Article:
Narins will present recent acoustic recordings of the frogs in their natural habitat. Narins hypothesizes that the extension of the frog's hearing sensitivity into the ultrasonic range may have evolved in response to the intense, predominantly low-frequency ambient noise from local streams in that region of China.
Paper 5aABa21, "Ultrasonic production and reception in frogs: Lessons from Asia" will be presented at 5:20 p.m. on Friday, July 4 in room AMPHI BLEU.
5) BETTER RECORDING OF ANIMALS IN THE WILD
It can be quite challenging for researchers to record and analyze animal sounds in the field, because of obstructions, odd sound wave propagation patterns, the diversity of bioacoustic sources, and ambient noise. To address this problem, a team of researchers led by MIT's Lewis Girod (email@example.com) and Samuel Madden, along with UCLA's Daniel Blumstein, has developed VoxNet, a hardware and software platform for distributed acoustic monitoring applications. The hardware must be robust enough to survive deployment in the field, and it must operate wirelessly. Wired connections are logistically difficult in the field: cords become tangled, connectors fail, and wildlife may chew on the wires.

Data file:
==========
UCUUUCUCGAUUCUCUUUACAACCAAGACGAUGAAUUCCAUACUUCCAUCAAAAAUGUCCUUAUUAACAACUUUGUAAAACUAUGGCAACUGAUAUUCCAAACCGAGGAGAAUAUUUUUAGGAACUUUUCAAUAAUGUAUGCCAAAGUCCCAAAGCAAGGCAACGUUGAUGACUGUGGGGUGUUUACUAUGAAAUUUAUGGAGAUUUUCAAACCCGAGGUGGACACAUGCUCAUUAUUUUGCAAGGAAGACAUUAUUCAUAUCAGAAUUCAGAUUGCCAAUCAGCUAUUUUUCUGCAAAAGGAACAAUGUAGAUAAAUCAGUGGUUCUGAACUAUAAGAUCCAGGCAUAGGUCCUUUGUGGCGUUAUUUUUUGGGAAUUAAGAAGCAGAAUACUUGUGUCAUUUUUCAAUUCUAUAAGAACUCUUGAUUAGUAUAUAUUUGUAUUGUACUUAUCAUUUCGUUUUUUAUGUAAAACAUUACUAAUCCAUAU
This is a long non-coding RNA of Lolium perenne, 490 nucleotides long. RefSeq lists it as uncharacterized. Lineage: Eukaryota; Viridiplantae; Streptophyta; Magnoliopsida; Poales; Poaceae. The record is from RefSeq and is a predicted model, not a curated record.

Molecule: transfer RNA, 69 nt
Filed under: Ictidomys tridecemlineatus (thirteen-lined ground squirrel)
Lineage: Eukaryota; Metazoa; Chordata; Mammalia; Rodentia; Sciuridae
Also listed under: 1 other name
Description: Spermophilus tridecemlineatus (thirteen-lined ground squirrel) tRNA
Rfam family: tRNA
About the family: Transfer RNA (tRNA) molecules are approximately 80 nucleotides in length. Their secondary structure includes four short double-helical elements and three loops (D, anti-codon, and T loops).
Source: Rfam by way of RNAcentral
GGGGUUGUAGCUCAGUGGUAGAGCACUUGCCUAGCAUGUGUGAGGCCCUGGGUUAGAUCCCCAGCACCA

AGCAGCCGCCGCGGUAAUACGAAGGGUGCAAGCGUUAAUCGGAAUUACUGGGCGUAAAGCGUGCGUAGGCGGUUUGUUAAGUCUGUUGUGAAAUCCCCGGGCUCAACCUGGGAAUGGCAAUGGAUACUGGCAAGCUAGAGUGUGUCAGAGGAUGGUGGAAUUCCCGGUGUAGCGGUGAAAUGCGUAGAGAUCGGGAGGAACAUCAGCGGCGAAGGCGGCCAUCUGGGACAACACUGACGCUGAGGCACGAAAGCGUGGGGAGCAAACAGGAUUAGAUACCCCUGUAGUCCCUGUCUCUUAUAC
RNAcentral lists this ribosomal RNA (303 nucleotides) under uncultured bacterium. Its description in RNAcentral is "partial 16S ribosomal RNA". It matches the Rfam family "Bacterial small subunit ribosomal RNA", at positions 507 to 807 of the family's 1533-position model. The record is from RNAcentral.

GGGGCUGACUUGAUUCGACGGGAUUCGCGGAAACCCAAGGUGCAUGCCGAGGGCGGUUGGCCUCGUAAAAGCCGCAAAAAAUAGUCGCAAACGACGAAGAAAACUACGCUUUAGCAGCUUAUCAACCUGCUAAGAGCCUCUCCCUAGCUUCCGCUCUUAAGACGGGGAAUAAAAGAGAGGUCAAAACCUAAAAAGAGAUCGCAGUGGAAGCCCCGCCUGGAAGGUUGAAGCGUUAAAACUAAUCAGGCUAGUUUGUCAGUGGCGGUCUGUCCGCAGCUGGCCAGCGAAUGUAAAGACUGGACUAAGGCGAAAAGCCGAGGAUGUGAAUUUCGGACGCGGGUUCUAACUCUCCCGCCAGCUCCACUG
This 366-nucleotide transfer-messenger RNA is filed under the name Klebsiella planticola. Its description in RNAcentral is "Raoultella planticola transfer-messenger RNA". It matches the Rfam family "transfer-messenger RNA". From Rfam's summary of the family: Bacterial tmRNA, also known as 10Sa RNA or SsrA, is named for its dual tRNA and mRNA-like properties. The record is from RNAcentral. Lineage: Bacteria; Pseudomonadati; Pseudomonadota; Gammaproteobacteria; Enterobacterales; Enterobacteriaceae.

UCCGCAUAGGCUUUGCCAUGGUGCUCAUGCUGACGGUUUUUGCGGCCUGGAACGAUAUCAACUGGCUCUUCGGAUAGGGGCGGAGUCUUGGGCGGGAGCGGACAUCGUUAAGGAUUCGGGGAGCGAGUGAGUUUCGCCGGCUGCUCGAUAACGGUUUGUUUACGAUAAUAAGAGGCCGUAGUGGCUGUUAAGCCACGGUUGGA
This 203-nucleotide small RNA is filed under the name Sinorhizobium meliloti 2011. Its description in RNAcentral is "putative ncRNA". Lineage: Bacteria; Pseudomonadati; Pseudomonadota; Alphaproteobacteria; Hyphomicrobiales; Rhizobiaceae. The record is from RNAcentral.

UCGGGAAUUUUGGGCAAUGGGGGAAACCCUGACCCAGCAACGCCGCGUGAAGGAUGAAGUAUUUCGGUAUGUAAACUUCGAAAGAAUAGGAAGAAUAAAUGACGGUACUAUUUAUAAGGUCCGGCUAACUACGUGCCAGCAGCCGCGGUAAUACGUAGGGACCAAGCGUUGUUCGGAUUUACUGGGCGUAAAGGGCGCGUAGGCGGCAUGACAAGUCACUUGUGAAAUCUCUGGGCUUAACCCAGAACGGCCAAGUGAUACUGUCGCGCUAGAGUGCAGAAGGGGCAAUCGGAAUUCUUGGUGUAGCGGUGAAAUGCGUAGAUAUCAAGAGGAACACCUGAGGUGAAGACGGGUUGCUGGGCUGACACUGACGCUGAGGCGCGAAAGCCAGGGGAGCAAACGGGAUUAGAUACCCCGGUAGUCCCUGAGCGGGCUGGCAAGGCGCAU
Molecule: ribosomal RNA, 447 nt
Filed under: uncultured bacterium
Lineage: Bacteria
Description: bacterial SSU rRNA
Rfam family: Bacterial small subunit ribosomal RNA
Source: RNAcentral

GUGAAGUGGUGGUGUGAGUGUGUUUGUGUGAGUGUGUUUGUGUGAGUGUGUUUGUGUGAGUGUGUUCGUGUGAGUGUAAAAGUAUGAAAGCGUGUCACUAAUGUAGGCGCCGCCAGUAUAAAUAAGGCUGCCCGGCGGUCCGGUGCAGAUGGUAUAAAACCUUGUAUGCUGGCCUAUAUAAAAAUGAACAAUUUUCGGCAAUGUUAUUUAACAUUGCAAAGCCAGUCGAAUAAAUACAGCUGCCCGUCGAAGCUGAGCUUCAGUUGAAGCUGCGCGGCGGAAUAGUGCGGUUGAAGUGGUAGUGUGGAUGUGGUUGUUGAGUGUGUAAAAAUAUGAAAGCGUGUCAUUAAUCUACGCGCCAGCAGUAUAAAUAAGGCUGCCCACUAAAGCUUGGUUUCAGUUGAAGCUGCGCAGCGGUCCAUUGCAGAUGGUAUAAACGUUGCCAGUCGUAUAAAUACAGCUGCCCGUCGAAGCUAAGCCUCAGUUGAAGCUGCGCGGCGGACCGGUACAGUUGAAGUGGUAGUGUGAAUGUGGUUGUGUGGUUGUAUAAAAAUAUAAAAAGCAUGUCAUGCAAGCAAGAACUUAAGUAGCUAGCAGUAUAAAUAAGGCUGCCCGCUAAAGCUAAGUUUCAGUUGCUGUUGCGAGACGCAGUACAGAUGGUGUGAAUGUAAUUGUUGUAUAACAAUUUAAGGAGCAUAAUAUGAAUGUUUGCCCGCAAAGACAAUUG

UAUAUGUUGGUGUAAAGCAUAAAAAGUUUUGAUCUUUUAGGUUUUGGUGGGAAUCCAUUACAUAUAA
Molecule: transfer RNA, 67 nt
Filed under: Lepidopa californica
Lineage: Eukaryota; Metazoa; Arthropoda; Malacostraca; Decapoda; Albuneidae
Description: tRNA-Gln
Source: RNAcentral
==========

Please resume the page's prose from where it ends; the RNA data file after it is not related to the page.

Furthermore, the network and the sensors must be able to configure and calibrate themselves for orientation, instead of relying on GPS, which is often not available in heavily shaded environment. Using many nodes can complicate matters even more, since all must be maintained individually and in sync. Girod's objective is to develop a system that does not need to be programmed up front, collecting data and analyzing it later in the lab. "Our vision is to make VoxNet a
|Contact: Jason Bardi|
American Institute of Physics